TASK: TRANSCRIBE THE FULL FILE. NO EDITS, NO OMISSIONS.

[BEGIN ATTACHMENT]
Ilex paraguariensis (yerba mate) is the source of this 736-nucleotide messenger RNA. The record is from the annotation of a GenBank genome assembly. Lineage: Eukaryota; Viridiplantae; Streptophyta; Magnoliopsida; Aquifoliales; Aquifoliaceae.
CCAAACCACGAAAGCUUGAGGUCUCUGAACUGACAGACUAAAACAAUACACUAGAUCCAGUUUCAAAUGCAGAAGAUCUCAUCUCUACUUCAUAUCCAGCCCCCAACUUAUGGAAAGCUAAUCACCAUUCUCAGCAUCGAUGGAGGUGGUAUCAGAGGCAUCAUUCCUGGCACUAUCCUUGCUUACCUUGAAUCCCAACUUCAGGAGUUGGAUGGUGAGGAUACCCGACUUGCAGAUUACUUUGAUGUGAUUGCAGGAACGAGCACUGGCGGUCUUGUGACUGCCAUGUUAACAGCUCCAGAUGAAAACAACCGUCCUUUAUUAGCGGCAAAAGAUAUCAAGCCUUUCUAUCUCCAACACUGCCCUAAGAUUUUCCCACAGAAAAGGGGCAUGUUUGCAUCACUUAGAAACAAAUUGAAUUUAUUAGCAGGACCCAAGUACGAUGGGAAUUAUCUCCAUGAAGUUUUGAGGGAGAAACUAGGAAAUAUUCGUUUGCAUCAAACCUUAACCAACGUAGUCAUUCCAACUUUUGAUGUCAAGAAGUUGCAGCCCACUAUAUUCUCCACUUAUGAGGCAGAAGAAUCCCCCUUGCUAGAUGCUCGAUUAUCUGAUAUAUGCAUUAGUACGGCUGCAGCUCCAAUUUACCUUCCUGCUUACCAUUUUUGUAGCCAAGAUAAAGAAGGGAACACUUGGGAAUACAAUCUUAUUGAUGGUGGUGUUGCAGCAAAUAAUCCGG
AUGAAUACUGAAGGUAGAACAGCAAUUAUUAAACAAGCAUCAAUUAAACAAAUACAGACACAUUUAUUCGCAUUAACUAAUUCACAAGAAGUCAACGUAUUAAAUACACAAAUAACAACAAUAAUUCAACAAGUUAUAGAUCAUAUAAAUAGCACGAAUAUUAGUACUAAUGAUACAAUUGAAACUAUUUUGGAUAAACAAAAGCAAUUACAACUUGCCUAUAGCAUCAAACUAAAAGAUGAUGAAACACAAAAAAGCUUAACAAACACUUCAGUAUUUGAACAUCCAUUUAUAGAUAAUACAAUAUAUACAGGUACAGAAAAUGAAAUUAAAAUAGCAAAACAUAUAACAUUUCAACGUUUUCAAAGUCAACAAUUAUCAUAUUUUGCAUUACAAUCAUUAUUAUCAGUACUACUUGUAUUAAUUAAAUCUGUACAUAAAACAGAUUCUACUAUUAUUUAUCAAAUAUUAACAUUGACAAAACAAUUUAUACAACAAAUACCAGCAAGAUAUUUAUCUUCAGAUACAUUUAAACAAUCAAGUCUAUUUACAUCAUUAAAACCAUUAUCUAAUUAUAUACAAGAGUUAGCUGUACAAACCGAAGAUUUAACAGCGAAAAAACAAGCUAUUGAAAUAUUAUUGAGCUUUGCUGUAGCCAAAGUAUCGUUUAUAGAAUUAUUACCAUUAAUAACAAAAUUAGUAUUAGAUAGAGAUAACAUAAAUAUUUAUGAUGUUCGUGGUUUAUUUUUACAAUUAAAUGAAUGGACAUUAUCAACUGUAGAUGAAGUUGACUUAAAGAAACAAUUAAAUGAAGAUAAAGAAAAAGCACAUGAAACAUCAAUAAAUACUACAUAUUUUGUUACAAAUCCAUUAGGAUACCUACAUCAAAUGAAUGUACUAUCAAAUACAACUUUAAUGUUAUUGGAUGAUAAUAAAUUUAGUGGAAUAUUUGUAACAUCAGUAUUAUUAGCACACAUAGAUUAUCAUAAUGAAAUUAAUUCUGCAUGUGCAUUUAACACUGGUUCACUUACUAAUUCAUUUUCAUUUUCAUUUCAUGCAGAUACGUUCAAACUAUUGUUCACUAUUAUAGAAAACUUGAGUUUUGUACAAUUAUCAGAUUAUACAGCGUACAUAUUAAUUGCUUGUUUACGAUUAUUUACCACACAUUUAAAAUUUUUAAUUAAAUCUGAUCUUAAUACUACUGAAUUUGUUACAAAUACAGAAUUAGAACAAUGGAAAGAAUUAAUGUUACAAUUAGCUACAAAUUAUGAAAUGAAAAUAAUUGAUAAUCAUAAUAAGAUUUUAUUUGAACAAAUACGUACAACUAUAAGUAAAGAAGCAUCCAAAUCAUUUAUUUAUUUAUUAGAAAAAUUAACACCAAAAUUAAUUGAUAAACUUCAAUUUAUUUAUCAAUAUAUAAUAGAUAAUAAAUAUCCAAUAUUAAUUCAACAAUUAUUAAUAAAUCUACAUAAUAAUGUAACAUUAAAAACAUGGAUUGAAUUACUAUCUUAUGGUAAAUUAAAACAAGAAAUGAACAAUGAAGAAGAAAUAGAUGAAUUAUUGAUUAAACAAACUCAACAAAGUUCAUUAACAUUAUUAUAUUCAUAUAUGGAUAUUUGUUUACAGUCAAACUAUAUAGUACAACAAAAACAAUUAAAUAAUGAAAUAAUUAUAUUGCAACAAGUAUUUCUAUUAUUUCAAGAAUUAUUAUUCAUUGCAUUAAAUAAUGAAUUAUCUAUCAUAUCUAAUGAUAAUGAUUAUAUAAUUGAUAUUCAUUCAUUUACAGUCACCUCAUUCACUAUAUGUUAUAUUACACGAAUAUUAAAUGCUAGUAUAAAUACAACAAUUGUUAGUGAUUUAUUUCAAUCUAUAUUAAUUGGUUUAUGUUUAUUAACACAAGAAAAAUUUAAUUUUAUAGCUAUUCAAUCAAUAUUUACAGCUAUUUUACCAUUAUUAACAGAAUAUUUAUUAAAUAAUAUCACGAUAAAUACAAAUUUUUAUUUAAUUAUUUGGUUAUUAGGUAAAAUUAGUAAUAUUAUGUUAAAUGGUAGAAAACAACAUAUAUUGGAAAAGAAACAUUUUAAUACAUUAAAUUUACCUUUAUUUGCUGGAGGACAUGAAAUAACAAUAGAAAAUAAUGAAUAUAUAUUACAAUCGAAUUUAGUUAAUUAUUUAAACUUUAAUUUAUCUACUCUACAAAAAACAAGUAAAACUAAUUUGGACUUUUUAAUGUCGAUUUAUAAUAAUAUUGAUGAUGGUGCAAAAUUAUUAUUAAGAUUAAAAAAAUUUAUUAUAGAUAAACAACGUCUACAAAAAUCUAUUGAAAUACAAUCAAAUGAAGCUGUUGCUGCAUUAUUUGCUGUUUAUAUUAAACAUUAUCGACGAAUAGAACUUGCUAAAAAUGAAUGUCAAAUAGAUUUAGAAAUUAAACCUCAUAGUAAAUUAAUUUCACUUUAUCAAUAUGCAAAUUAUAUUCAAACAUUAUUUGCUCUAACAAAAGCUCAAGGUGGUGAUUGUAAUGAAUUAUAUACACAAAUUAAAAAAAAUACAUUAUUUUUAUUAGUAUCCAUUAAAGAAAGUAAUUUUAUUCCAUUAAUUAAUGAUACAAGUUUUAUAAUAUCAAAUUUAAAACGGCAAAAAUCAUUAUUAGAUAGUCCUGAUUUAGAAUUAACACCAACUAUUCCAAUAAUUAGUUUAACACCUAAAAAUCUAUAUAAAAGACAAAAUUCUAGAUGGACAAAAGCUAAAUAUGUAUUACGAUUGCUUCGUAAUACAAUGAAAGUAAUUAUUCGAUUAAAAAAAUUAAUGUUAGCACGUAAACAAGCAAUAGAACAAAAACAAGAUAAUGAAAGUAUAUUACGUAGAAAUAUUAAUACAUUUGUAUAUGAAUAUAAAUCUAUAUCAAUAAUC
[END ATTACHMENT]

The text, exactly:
Ilex paraguariensis (yerba mate) is the source of this 736-nucleotide messenger RNA. The record is from the annotation of a GenBank genome assembly. Lineage: Eukaryota; Viridiplantae; Streptophyta; Magnoliopsida; Aquifoliales; Aquifoliaceae.
CCAAACCACGAAAGCUUGAGGUCUCUGAACUGACAGACUAAAACAAUACACUAGAUCCAGUUUCAAAUGCAGAAGAUCUCAUCUCUACUUCAUAUCCAGCCCCCAACUUAUGGAAAGCUAAUCACCAUUCUCAGCAUCGAUGGAGGUGGUAUCAGAGGCAUCAUUCCUGGCACUAUCCUUGCUUACCUUGAAUCCCAACUUCAGGAGUUGGAUGGUGAGGAUACCCGACUUGCAGAUUACUUUGAUGUGAUUGCAGGAACGAGCACUGGCGGUCUUGUGACUGCCAUGUUAACAGCUCCAGAUGAAAACAACCGUCCUUUAUUAGCGGCAAAAGAUAUCAAGCCUUUCUAUCUCCAACACUGCCCUAAGAUUUUCCCACAGAAAAGGGGCAUGUUUGCAUCACUUAGAAACAAAUUGAAUUUAUUAGCAGGACCCAAGUACGAUGGGAAUUAUCUCCAUGAAGUUUUGAGGGAGAAACUAGGAAAUAUUCGUUUGCAUCAAACCUUAACCAACGUAGUCAUUCCAACUUUUGAUGUCAAGAAGUUGCAGCCCACUAUAUUCUCCACUUAUGAGGCAGAAGAAUCCCCCUUGCUAGAUGCUCGAUUAUCUGAUAUAUGCAUUAGUACGGCUGCAGCUCCAAUUUACCUUCCUGCUUACCAUUUUUGUAGCCAAGAUAAAGAAGGGAACACUUGGGAAUACAAUCUUAUUGAUGGUGGUGUUGCAGCAAAUAAUCCGG
AUGAAUACUGAAGGUAGAACAGCAAUUAUUAAACAAGCAUCAAUUAAACAAAUACAGACACAUUUAUUCGCAUUAACUAAUUCACAAGAAGUCAACGUAUUAAAUACACAAAUAACAACAAUAAUUCAACAAGUUAUAGAUCAUAUAAAUAGCACGAAUAUUAGUACUAAUGAUACAAUUGAAACUAUUUUGGAUAAACAAAAGCAAUUACAACUUGCCUAUAGCAUCAAACUAAAAGAUGAUGAAACACAAAAAAGCUUAACAAACACUUCAGUAUUUGAACAUCCAUUUAUAGAUAAUACAAUAUAUACAGGUACAGAAAAUGAAAUUAAAAUAGCAAAACAUAUAACAUUUCAACGUUUUCAAAGUCAACAAUUAUCAUAUUUUGCAUUACAAUCAUUAUUAUCAGUACUACUUGUAUUAAUUAAAUCUGUACAUAAAACAGAUUCUACUAUUAUUUAUCAAAUAUUAACAUUGACAAAACAAUUUAUACAACAAAUACCAGCAAGAUAUUUAUCUUCAGAUACAUUUAAACAAUCAAGUCUAUUUACAUCAUUAAAACCAUUAUCUAAUUAUAUACAAGAGUUAGCUGUACAAACCGAAGAUUUAACAGCGAAAAAACAAGCUAUUGAAAUAUUAUUGAGCUUUGCUGUAGCCAAAGUAUCGUUUAUAGAAUUAUUACCAUUAAUAACAAAAUUAGUAUUAGAUAGAGAUAACAUAAAUAUUUAUGAUGUUCGUGGUUUAUUUUUACAAUUAAAUGAAUGGACAUUAUCAACUGUAGAUGAAGUUGACUUAAAGAAACAAUUAAAUGAAGAUAAAGAAAAAGCACAUGAAACAUCAAUAAAUACUACAUAUUUUGUUACAAAUCCAUUAGGAUACCUACAUCAAAUGAAUGUACUAUCAAAUACAACUUUAAUGUUAUUGGAUGAUAAUAAAUUUAGUGGAAUAUUUGUAACAUCAGUAUUAUUAGCACACAUAGAUUAUCAUAAUGAAAUUAAUUCUGCAUGUGCAUUUAACACUGGUUCACUUACUAAUUCAUUUUCAUUUUCAUUUCAUGCAGAUACGUUCAAACUAUUGUUCACUAUUAUAGAAAACUUGAGUUUUGUACAAUUAUCAGAUUAUACAGCGUACAUAUUAAUUGCUUGUUUACGAUUAUUUACCACACAUUUAAAAUUUUUAAUUAAAUCUGAUCUUAAUACUACUGAAUUUGUUACAAAUACAGAAUUAGAACAAUGGAAAGAAUUAAUGUUACAAUUAGCUACAAAUUAUGAAAUGAAAAUAAUUGAUAAUCAUAAUAAGAUUUUAUUUGAACAAAUACGUACAACUAUAAGUAAAGAAGCAUCCAAAUCAUUUAUUUAUUUAUUAGAAAAAUUAACACCAAAAUUAAUUGAUAAACUUCAAUUUAUUUAUCAAUAUAUAAUAGAUAAUAAAUAUCCAAUAUUAAUUCAACAAUUAUUAAUAAAUCUACAUAAUAAUGUAACAUUAAAAACAUGGAUUGAAUUACUAUCUUAUGGUAAAUUAAAACAAGAAAUGAACAAUGAAGAAGAAAUAGAUGAAUUAUUGAUUAAACAAACUCAACAAAGUUCAUUAACAUUAUUAUAUUCAUAUAUGGAUAUUUGUUUACAGUCAAACUAUAUAGUACAACAAAAACAAUUAAAUAAUGAAAUAAUUAUAUUGCAACAAGUAUUUCUAUUAUUUCAAGAAUUAUUAUUCAUUGCAUUAAAUAAUGAAUUAUCUAUCAUAUCUAAUGAUAAUGAUUAUAUAAUUGAUAUUCAUUCAUUUACAGUCACCUCAUUCACUAUAUGUUAUAUUACACGAAUAUUAAAUGCUAGUAUAAAUACAACAAUUGUUAGUGAUUUAUUUCAAUCUAUAUUAAUUGGUUUAUGUUUAUUAACACAAGAAAAAUUUAAUUUUAUAGCUAUUCAAUCAAUAUUUACAGCUAUUUUACCAUUAUUAACAGAAUAUUUAUUAAAUAAUAUCACGAUAAAUACAAAUUUUUAUUUAAUUAUUUGGUUAUUAGGUAAAAUUAGUAAUAUUAUGUUAAAUGGUAGAAAACAACAUAUAUUGGAAAAGAAACAUUUUAAUACAUUAAAUUUACCUUUAUUUGCUGGAGGACAUGAAAUAACAAUAGAAAAUAAUGAAUAUAUAUUACAAUCGAAUUUAGUUAAUUAUUUAAACUUUAAUUUAUCUACUCUACAAAAAACAAGUAAAACUAAUUUGGACUUUUUAAUGUCGAUUUAUAAUAAUAUUGAUGAUGGUGCAAAAUUAUUAUUAAGAUUAAAAAAAUUUAUUAUAGAUAAACAACGUCUACAAAAAUCUAUUGAAAUACAAUCAAAUGAAGCUGUUGCUGCAUUAUUUGCUGUUUAUAUUAAACAUUAUCGACGAAUAGAACUUGCUAAAAAUGAAUGUCAAAUAGAUUUAGAAAUUAAACCUCAUAGUAAAUUAAUUUCACUUUAUCAAUAUGCAAAUUAUAUUCAAACAUUAUUUGCUCUAACAAAAGCUCAAGGUGGUGAUUGUAAUGAAUUAUAUACACAAAUUAAAAAAAAUACAUUAUUUUUAUUAGUAUCCAUUAAAGAAAGUAAUUUUAUUCCAUUAAUUAAUGAUACAAGUUUUAUAAUAUCAAAUUUAAAACGGCAAAAAUCAUUAUUAGAUAGUCCUGAUUUAGAAUUAACACCAACUAUUCCAAUAAUUAGUUUAACACCUAAAAAUCUAUAUAAAAGACAAAAUUCUAGAUGGACAAAAGCUAAAUAUGUAUUACGAUUGCUUCGUAAUACAAUGAAAGUAAUUAUUCGAUUAAAAAAAUUAAUGUUAGCACGUAAACAAGCAAUAGAACAAAAACAAGAUAAUGAAAGUAUAUUACGUAGAAAUAUUAAUACAUUUGUAUAUGAAUAUAAAUCUAUAUCAAUAAUC